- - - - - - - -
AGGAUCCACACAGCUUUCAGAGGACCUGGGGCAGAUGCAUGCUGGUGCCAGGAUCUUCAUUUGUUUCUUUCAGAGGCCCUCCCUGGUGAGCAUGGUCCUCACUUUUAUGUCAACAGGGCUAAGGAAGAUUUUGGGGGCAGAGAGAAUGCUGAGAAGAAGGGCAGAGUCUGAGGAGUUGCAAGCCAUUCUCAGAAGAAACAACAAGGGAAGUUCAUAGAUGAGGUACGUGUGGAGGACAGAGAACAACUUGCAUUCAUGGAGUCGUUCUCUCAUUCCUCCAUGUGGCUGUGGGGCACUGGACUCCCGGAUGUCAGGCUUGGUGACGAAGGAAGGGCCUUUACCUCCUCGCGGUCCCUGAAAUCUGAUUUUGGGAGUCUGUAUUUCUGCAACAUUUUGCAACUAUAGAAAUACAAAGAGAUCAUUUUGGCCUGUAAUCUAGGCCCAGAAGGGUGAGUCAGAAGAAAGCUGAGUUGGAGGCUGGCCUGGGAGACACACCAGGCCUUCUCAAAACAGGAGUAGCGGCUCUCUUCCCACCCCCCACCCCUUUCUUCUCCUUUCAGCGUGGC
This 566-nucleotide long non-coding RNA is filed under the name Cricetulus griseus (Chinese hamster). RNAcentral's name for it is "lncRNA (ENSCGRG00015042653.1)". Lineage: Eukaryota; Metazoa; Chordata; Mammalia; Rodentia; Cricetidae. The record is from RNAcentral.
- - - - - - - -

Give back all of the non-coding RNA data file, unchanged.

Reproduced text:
AGGAUCCACACAGCUUUCAGAGGACCUGGGGCAGAUGCAUGCUGGUGCCAGGAUCUUCAUUUGUUUCUUUCAGAGGCCCUCCCUGGUGAGCAUGGUCCUCACUUUUAUGUCAACAGGGCUAAGGAAGAUUUUGGGGGCAGAGAGAAUGCUGAGAAGAAGGGCAGAGUCUGAGGAGUUGCAAGCCAUUCUCAGAAGAAACAACAAGGGAAGUUCAUAGAUGAGGUACGUGUGGAGGACAGAGAACAACUUGCAUUCAUGGAGUCGUUCUCUCAUUCCUCCAUGUGGCUGUGGGGCACUGGACUCCCGGAUGUCAGGCUUGGUGACGAAGGAAGGGCCUUUACCUCCUCGCGGUCCCUGAAAUCUGAUUUUGGGAGUCUGUAUUUCUGCAACAUUUUGCAACUAUAGAAAUACAAAGAGAUCAUUUUGGCCUGUAAUCUAGGCCCAGAAGGGUGAGUCAGAAGAAAGCUGAGUUGGAGGCUGGCCUGGGAGACACACCAGGCCUUCUCAAAACAGGAGUAGCGGCUCUCUUCCCACCCCCCACCCCUUUCUUCUCCUUUCAGCGUGGC
This 566-nucleotide long non-coding RNA is filed under the name Cricetulus griseus (Chinese hamster). RNAcentral's name for it is "lncRNA (ENSCGRG00015042653.1)". Lineage: Eukaryota; Metazoa; Chordata; Mammalia; Rodentia; Cricetidae. The record is from RNAcentral.